Cool news from USC: a computer team led by a professor who has been trying to crack the Zodiac Killer's weird hieroglyphics has instead cracked the dense Greek and Roman code in the Copiale Cipher, a 105-page manuscript of a secret society obsessed with … eyeballs.
City News Service reports that the 18th Century doc was found in East Berlin after the Cold War. Computer scientist Kevin Knight's team at Viterbi School of Engineering unlocked the ancient patterns used by the strange Eyeball Society that was deep into eye surgery and ophthalmology — in the 1700s. Sounds painful.
According to City News Service:
“This opens up a window for people who study the history of ideas and
the history of secret societies,'' Knight said.
“Historians believe that secret societies have had a role in revolutions, but all that is yet to be worked out, and a big part of the reason is because so many documents are enciphered.”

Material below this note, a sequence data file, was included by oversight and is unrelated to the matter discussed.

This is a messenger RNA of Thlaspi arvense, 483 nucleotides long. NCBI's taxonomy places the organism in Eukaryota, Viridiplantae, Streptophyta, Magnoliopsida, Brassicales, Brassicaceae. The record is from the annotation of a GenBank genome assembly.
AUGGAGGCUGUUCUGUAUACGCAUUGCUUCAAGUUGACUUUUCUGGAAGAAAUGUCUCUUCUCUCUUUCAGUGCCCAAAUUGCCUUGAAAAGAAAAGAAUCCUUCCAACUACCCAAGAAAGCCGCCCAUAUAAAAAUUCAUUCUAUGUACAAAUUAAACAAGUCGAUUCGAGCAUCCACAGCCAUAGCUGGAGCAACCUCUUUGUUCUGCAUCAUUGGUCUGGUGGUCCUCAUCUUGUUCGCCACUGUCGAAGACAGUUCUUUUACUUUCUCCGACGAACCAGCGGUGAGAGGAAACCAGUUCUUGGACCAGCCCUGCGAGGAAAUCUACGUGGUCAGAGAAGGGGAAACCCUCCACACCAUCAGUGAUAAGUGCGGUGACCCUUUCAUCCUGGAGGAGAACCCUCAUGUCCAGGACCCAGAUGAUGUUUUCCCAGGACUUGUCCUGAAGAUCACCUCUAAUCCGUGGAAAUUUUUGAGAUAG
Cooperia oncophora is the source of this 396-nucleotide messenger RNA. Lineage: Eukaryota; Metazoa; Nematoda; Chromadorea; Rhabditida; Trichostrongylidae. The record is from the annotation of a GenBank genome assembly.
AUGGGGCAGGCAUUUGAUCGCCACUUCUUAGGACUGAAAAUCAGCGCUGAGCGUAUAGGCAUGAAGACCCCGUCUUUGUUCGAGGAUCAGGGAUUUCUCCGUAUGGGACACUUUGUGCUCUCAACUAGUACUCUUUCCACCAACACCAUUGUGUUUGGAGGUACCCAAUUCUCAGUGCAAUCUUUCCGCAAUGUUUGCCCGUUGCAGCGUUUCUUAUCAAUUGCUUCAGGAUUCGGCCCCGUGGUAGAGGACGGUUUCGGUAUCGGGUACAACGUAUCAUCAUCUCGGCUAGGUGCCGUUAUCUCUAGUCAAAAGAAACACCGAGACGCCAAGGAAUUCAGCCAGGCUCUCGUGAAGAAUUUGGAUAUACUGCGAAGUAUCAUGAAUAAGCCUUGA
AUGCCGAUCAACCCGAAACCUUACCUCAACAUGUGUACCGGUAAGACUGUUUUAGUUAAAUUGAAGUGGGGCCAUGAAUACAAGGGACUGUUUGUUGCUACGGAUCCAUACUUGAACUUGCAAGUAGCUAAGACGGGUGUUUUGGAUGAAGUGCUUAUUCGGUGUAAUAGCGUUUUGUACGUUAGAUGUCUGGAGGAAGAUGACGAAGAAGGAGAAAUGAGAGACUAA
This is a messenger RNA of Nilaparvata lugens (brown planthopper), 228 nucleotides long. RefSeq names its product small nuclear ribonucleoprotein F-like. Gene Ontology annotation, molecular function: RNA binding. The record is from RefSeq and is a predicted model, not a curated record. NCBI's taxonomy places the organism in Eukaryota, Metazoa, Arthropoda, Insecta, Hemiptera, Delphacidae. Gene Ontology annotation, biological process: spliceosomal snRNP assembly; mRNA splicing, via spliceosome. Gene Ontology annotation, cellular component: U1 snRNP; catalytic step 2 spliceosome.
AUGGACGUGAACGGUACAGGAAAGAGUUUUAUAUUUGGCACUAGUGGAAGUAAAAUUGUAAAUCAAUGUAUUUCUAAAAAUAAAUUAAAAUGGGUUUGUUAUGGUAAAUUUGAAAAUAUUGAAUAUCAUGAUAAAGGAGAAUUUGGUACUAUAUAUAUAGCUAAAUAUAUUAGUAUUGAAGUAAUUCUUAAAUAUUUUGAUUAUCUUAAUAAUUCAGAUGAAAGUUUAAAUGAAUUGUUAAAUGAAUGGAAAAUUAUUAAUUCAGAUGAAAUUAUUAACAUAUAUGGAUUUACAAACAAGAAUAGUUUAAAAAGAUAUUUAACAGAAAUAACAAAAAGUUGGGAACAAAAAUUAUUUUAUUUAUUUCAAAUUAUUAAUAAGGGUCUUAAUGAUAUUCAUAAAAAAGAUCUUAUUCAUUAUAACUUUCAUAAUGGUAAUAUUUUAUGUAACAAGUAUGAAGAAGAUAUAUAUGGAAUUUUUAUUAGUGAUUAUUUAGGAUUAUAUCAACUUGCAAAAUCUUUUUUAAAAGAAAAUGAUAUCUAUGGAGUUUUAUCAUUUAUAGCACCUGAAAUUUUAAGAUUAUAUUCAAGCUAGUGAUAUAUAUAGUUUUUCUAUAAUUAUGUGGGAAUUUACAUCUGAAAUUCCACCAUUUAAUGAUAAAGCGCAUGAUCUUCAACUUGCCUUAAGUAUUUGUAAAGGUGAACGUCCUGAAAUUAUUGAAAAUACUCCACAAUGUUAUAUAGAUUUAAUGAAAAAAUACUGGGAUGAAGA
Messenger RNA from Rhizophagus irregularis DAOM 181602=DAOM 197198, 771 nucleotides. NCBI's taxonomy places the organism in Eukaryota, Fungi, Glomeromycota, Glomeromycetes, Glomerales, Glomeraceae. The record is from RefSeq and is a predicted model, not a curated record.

n fact, some of the secrets within the Copiale Cipher are political leanings and beliefs, not just eyeball talk, according to USC.
And that's fascinating because the 18th Century was known as the Enlightenment, when the French and American revolutions shook the world and philosophy and science got a major foothold in Europe.
The Brits started the Industrial Revolution in 1750 by inventing the steam engine, and parts of Austria and Germany were political, philosphical and scientific hotbeds challenging the old ways.
Maybe the Eyeball Society saw itself, and the human eye, as the center of all this. It was not to be.
The USC team tried using some 80 languages to decipher the code, but Knight says, “It took quite a long time and resulted in complete failure,” Knight said.
In fact, the possibilities with a new code are nearly infinite, so the team turned to the computer to do the “grunt work,” he says.
Knight is still working on one of his more daunting projects: trying to unravel the ciphers sent by the Zodiac Killer, who murdered many people in San Francisco area and remains at large (or possibly has died of old age).